Sunday, 22 October 2017

Meet the Sonning Common by-election candidates

A BY-ELECTION for South Oxfordshire District Council will take place next week.

A BY-ELECTION for South Oxfordshire District Council will take place next week.

One of the Sonning Common ward seats has been vacant since Conservative Martin Akehurst, a former Mayor of Henley, stepped down last month.

On Thursday residents of Sonning Common, Shiplake, Eye and Dunsden, Binfield Heath and Harpsden will go to the polls.

Mr Akehurst stepped away from the council on the advice of his consultant but he is still a member of Henley Town Council.

The candidates contesting the seat are Will Hall (Conservatives), Susan Cooper (Liberal Democrats) and David Winchester (Labour).

Paul Harrison, a Conservative, is the other councillor for the ward. He is also vice-chairman of the district council and has been a member since 2007. Sue Cooper

Having previously been a South Oxfordshire District councillor for 20 years, including being chairman of the council, leader of the Liberal Democrat Group and cabinet member for economic development, I will be a diligent representative for the Sonning Common ward.

I have a long-standing interest in environmental issues, having introduced the first recycling scheme in South Oxfordshire and chaired the Oxfordshire Waste Management Partnership for several years. I?m particularly keen that the district council should ensure that new buildings are constructed with high standards of energy efficiency.

If elected, I will take a strong interest in the design, location and sustainability of our new housing, including affordable housing for local people. We must ensure that new development contributes more safe footpaths, cycle routes and other facilities which our villages need to cope with more houses.

The current unhealthy political balance (33 out of 36 councillors are Conservatives with only 51 per cent of the vote in May) means that we need strong Liberal Democrat voices on the council to hold it to account. I have experience and training in scrutiny from my previous years on the council.

We should not charge people council tax and then not spend it on services such as those provided by the Rainbow Children?s Centre, buses and recycling centres are threatened.

Will Hall

I have lived in the area almost my whole life and love it here.

As a child, I sang in the choir at All Saints, Dunsden. I have served as a primary school governor and when not working or getting involved in my local community I love spending my time on the river or cooking.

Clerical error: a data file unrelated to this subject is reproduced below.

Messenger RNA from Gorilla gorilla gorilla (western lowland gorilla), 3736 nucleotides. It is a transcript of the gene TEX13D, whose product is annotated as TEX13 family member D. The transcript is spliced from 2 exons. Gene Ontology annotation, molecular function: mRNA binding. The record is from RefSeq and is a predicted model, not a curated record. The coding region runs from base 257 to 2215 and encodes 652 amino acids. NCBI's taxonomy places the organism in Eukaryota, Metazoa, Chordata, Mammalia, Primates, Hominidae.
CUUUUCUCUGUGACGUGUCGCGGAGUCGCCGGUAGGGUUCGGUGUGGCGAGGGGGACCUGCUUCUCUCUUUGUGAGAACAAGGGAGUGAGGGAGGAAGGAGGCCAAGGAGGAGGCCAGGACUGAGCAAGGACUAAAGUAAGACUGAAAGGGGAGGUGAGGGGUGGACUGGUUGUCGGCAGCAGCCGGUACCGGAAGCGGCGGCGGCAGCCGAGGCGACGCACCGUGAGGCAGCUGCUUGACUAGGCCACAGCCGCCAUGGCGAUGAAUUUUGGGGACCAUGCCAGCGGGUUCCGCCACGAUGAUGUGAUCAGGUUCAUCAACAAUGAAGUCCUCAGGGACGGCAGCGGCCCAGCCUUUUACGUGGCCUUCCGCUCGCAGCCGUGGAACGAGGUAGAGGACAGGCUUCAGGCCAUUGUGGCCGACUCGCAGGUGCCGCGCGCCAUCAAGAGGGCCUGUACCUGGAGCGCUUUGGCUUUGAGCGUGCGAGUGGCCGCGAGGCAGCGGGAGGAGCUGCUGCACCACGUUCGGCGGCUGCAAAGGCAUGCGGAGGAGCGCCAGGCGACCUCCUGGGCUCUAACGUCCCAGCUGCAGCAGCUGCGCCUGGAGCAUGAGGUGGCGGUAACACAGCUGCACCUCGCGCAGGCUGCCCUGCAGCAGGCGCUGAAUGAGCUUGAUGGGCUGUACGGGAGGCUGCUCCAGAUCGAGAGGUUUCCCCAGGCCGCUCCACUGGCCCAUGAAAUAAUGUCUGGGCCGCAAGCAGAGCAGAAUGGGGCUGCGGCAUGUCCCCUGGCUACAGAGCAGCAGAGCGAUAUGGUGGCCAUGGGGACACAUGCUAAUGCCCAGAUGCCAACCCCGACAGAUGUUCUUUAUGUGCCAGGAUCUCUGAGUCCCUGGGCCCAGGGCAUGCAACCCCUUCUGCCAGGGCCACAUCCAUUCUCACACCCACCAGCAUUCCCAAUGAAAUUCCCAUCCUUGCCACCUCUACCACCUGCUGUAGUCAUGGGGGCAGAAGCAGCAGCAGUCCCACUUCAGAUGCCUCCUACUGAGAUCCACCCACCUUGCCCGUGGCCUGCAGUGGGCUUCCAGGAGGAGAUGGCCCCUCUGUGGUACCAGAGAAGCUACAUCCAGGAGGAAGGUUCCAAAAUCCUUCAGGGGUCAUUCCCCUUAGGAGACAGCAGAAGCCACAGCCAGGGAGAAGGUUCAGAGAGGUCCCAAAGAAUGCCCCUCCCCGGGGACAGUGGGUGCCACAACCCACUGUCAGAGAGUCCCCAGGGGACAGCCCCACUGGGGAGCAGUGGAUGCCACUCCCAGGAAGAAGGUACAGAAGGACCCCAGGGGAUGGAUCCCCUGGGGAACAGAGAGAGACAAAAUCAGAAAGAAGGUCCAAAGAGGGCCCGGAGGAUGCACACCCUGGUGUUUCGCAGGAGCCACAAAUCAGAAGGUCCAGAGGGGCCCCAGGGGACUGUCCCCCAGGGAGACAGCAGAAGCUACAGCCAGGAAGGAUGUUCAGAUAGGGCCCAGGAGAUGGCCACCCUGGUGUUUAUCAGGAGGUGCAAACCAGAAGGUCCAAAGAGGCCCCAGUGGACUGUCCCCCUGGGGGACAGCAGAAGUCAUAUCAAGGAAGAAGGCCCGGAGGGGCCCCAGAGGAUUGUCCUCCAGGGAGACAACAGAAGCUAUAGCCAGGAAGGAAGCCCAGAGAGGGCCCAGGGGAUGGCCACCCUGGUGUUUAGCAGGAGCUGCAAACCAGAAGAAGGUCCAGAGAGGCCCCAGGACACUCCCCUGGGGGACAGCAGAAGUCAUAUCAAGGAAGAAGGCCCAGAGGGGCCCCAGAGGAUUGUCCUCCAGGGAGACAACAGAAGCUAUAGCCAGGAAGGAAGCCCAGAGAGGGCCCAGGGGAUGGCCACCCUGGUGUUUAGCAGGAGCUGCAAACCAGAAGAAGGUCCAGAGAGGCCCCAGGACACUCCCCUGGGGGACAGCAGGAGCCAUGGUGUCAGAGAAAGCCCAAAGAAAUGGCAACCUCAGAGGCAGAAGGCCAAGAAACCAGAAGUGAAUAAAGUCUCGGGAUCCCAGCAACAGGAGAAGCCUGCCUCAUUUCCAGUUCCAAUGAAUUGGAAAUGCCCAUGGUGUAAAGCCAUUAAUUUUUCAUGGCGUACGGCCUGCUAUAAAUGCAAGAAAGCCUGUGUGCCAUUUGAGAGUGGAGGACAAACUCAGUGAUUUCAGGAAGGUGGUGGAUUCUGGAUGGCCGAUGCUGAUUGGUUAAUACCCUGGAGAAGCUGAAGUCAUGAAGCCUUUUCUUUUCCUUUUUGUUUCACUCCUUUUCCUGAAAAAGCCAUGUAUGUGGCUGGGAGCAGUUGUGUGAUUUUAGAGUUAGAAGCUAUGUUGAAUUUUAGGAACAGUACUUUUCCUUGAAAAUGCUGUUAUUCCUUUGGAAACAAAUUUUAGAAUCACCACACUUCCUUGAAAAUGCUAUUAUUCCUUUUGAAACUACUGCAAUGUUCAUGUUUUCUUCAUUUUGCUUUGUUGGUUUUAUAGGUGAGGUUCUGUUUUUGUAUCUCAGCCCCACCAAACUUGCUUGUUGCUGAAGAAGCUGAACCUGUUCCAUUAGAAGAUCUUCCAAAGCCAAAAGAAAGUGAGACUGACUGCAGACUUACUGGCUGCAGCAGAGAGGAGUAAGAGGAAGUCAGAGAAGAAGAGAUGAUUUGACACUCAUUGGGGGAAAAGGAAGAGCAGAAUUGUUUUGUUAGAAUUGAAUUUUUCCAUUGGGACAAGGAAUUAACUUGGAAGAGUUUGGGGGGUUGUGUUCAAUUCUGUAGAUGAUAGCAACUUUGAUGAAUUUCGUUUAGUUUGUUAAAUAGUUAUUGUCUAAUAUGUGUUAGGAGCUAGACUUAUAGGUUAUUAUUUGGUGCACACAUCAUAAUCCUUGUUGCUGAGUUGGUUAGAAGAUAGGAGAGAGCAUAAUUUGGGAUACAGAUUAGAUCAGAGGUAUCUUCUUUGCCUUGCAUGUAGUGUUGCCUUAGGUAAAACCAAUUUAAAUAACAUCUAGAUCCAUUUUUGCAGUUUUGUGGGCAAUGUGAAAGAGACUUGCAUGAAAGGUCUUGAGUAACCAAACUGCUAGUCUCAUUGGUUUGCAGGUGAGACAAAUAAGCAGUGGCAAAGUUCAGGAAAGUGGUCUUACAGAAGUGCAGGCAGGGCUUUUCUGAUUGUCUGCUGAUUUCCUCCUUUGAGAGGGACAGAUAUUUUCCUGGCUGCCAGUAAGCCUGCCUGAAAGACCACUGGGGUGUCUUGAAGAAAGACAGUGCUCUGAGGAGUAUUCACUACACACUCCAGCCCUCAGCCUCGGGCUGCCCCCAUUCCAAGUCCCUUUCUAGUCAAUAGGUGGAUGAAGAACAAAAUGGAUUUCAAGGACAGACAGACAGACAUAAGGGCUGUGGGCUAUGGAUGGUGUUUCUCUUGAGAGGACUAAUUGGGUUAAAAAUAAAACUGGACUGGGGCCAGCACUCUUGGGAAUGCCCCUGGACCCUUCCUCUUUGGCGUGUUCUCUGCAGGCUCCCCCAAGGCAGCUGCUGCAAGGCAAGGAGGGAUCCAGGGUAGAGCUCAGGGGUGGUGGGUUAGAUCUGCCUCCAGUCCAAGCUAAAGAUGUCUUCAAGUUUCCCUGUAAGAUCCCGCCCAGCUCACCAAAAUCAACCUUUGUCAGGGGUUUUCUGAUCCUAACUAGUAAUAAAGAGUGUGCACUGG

In 2011 I was elected on to the district council as one of the youngest councillors in the country. Since then I have chaired the grants panel, helping the district?s wonderful community groups to continue their amazing work, and been cabinet member for finance, constructing a budget that saw a three per cent tax cut and greater investment in vital areas such as planning enforcement and recycling.

I am a firm supporter of community-led planning and I believe that residents should have a greater say over the future of their communities.

I want to see enough affordable houses so people of my generation are not shuffled out of where they grew up but planning decisions must be in the hands of residents and not developers.

David Winchester

I am the only candidate who actually lives in the ward.

The other candidates were rejected by their local voters in May and are now trying their luck in our ward.

I have lived in Sonning Common since 1985 and my children went to Chiltern Edge School and The Henley College. I have a wealth of managerial experience gained with Thames Water and Yellow Pages.

Within the community, I was chairman of governors at Chiltern Edge and I now help the Workers? Education Association in Reading deliver its courses.

I came second to the Tories in the May election. In contrast, the Lib Dems came sixth and seventh out of seven candidates.

This election will provide voters with an unexpected opportunity to fire a warning shot across the bows of the Tory party.

If you are unhappy about hospitals with no beds, disappearing youth clubs, closing children?s centres and having your waste tip under threat, why vote for a party that is planning to bring you more of the same?

If you are angry about councillors increasing their allowances by 55 per cent and you are surrounded by the results of relaxed planning rules, vote Labour for a change on October 22.

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